Laboratory of Cellular Biochemistry and Biology (URBC) – Prof. M. Raes
We’ve been collaborating with the URBC for 10 years. The URBC is a leader in proteomics analysis, mainly the 2D-DIGE approach. They have developped mass spectrometry facilities for protein identifications. This collaboration has led to many international scientific publications.
The Unit of Theoritical and Structural Physico-Chemistry (UCPTS) – Prof. E. Perpète and Prof. C. Michaux
We’ve been working together on a reasearch project funded by the FNRS aiming to develop a workflow from protein profile to structural properties of proteins in aquatic animals exposed to pollutants.SPHERE Systemic Physiological & Ecotoxicological Research (University of Antwerp). Prof. R. Blust, D. Knapen and S. Husson.
The group Systemic Physiological and Ecotoxicological Research of the University of Antwerp, Belgium, performs fundamental and applied research concerning key issues in environmental and adaptational biology. SPHERE focuses on how organisms respond to environmental changes, and does so at multiple levels of organization: from the molecular level (including genomics, proteomics and metabolomics), over the organismal level to responses of populations in real field situations.
Laboratory for Environmental Toxicology and Aquatic Ecology (University of Gent). Prof. C. Janssen and Prof. K. De Schamphelaere.
The laboratory aims to address the ‘extrapolation problems’ – in the aquatic environment sensu lato – one encounters when assessing ecological risk based on results from laboratory bioassays with single species. The bulk of the available bioassays typically consider effects of aqueous exposure of single data-rich stressors on one generation of one well-characterized species in a standardized test medium. In reality, however, subsequent generations of field populations are exposed via various uptake routes to complex mixtures of multiple (emerging and thus data-scarce) stressors, potentially exerting (toxic) stress constrained by their bioavailability in the natural water body. Unlike the organisms used in laboratory tests, exposed individuals may have different genetic architecture even when belonging to the same species. Lastly, species do not live in isolation, as is the case in single-species toxicity bioassays, but take part in natural food webs to sustain ecosystem functions and services.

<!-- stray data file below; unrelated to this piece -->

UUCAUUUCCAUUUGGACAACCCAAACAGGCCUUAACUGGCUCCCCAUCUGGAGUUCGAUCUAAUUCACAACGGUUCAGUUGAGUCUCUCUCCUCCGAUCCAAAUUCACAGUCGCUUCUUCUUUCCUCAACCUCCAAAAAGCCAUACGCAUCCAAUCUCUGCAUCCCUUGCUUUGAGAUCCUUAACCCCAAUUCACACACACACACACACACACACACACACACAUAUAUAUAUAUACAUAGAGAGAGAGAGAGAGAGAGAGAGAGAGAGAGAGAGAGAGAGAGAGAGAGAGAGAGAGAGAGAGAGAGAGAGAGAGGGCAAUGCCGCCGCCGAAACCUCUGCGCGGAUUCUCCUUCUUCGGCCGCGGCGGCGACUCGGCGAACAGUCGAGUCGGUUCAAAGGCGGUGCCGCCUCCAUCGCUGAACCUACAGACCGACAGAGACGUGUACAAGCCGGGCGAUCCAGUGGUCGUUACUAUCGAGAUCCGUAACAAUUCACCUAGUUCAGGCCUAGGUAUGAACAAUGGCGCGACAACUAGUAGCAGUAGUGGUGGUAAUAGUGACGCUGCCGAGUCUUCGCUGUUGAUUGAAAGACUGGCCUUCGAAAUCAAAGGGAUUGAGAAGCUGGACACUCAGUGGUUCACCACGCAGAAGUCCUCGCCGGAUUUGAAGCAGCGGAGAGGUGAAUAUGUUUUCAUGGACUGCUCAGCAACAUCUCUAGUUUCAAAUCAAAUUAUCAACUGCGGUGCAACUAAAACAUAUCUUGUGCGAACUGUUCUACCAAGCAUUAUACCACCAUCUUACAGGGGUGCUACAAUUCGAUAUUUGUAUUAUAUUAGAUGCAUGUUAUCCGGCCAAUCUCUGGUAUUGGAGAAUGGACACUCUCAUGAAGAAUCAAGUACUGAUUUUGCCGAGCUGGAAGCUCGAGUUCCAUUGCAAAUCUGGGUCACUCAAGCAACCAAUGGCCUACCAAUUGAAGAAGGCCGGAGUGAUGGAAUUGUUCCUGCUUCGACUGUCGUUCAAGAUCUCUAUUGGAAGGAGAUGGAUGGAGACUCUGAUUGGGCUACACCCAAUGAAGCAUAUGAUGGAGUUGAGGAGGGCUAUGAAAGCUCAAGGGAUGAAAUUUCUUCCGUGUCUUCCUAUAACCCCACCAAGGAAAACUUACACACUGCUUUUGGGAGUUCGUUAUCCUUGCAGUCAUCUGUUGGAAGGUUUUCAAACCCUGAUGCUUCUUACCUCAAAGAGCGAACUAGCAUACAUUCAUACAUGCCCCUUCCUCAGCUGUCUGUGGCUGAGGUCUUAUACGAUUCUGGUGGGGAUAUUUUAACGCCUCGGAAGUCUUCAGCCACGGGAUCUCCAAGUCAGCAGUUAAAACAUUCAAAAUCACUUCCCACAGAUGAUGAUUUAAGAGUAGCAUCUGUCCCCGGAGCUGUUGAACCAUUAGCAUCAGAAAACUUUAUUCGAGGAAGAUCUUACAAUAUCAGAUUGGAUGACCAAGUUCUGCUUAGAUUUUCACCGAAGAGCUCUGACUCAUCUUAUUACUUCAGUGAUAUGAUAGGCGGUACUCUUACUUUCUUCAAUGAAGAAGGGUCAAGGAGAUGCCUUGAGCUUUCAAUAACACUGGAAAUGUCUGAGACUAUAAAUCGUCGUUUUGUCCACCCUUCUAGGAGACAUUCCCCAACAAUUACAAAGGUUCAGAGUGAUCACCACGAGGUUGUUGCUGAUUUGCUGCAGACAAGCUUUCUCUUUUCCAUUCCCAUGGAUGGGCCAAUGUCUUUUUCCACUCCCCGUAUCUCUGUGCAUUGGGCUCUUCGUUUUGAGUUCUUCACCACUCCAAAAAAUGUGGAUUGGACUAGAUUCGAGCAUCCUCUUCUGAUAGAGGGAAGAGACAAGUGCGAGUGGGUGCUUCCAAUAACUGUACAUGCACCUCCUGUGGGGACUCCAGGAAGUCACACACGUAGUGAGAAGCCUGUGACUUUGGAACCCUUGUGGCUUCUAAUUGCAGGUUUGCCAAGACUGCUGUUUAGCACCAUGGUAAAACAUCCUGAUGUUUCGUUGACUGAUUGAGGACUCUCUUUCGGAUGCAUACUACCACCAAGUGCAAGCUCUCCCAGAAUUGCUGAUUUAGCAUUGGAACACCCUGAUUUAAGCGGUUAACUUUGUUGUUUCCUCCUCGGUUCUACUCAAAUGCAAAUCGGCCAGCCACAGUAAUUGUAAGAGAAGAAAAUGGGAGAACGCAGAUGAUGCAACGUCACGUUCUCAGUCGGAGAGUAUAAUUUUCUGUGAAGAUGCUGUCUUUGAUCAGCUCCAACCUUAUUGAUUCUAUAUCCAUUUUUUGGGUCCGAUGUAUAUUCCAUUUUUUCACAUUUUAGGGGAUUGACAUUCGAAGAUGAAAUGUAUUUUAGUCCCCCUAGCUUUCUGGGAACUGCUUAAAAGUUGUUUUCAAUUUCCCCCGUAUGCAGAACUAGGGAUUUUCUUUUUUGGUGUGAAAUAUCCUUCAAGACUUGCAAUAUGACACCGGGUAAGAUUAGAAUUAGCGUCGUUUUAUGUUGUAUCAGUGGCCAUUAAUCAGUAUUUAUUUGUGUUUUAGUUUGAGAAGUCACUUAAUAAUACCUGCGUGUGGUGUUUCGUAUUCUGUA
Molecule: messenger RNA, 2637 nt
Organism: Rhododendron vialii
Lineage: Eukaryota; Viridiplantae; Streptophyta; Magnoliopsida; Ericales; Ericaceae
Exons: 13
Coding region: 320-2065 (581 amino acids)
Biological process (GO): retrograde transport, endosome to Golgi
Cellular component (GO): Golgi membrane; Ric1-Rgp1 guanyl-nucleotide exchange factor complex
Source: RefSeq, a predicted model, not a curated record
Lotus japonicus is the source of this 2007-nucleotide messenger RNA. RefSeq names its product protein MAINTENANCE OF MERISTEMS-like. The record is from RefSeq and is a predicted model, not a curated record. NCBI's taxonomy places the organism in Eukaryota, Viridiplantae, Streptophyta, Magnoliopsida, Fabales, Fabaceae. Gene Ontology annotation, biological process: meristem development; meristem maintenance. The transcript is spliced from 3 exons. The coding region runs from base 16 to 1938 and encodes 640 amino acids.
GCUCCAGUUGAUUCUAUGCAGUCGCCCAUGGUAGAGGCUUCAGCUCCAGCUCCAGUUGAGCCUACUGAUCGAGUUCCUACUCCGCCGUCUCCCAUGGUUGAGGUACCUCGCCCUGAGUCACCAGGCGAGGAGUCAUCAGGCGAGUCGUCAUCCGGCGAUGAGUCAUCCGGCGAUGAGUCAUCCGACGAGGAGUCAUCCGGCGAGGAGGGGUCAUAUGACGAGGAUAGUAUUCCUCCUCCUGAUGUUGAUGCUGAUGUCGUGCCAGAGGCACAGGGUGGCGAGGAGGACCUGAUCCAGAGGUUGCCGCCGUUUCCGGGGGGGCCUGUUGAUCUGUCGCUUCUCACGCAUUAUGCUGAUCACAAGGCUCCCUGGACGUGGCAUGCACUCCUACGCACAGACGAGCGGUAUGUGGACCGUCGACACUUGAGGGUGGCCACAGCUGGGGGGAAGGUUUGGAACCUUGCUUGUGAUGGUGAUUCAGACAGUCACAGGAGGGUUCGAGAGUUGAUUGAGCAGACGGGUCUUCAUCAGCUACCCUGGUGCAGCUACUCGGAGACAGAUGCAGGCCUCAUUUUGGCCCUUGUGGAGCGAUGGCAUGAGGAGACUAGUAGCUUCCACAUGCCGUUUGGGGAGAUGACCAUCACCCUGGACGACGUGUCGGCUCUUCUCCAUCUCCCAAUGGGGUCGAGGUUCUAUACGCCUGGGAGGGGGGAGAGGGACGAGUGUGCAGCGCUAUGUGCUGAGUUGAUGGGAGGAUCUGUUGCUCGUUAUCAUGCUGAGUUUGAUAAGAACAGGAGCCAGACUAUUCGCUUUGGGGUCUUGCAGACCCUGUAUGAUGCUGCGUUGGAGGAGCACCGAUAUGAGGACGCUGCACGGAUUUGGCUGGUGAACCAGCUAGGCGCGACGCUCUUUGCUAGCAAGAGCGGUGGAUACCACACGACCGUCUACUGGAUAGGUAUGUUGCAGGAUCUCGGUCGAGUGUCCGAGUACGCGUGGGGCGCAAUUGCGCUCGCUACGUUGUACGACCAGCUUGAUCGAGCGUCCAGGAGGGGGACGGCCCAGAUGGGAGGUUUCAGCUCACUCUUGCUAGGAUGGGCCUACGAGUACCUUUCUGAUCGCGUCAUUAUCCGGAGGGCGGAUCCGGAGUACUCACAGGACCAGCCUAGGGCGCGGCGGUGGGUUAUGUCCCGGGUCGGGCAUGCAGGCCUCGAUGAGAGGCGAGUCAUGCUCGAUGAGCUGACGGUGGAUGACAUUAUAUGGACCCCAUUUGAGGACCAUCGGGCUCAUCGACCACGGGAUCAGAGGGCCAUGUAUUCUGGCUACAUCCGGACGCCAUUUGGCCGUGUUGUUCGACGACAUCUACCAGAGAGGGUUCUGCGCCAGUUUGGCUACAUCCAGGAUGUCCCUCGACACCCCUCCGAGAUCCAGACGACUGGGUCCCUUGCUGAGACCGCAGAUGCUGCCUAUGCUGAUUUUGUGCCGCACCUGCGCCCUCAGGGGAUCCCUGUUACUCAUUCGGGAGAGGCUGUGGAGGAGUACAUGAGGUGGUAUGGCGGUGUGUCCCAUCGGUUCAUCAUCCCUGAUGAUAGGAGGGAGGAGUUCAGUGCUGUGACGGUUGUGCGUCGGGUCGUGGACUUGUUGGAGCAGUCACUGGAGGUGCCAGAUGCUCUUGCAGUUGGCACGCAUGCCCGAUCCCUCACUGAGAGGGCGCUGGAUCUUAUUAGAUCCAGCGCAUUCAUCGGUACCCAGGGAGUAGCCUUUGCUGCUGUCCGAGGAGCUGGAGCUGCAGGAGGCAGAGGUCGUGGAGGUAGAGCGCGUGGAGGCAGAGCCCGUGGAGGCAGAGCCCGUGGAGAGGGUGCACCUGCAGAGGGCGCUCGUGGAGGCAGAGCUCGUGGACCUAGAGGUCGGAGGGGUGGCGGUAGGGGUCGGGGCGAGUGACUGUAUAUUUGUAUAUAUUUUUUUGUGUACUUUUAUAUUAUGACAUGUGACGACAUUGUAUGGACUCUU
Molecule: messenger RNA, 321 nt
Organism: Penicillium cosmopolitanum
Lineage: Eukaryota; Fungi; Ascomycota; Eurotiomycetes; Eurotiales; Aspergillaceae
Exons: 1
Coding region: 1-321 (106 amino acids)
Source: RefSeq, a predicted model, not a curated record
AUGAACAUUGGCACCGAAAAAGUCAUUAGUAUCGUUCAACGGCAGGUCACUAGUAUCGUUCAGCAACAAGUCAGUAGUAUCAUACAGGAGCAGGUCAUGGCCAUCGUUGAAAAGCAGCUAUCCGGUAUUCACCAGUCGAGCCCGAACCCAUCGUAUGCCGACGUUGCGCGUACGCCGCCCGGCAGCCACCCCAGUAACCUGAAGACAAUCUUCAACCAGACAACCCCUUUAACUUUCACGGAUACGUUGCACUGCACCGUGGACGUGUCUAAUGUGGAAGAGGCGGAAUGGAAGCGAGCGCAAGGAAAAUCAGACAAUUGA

The Laboratory of Oceanology (University of Liège) – Dr. K. Das and Prof. J.-M. Bouquegneau.
The objective oof the lab is to study and compare, in marine fish, turtles, birds and mammals, their biochemical and physiological responses facing pollutants (metals and organic persistent pollutants). The success of this study relies on the realization of three complementary parts: (1) to evaluate the influence of the diet and key periods of life (fasting, gestation, nursing, migration, moulting, spawning) on organic and metallic pollutant levels in marine vertebrates (fish, turtles, birds and mammals); (2) to elaborate in vivo and in vitro models for the four taxa to better understand the toxicity mechanisms and the effects of chronic exposure reflecting environmental levels ; (3) to develop so called “physiological-based models” to predict and facilitate toxicological risk assessment in marine vertebrates.
The Behavioral Biology Unit (University of Liège) – Dr. M. Denoël and Prof. P. Poncin.
The unit investigates the behavioural ecology of Vertebrates in natural and experimental environments through the study of social structures, mating tactics, communication systems, biological rhythms, space utilisation and population dynamics. Ultimately, we aim at characterising the ontogeny and plasticity of behaviours, their adaptive values for the individuals, populations and species, which intimately govern the evolution and biological diversity of animals.
The Institute of Life Sciences (Catholic University of Louvain) – Pr. J-F. Rees, Pr. C. Debier, Pr. Y. Larondelle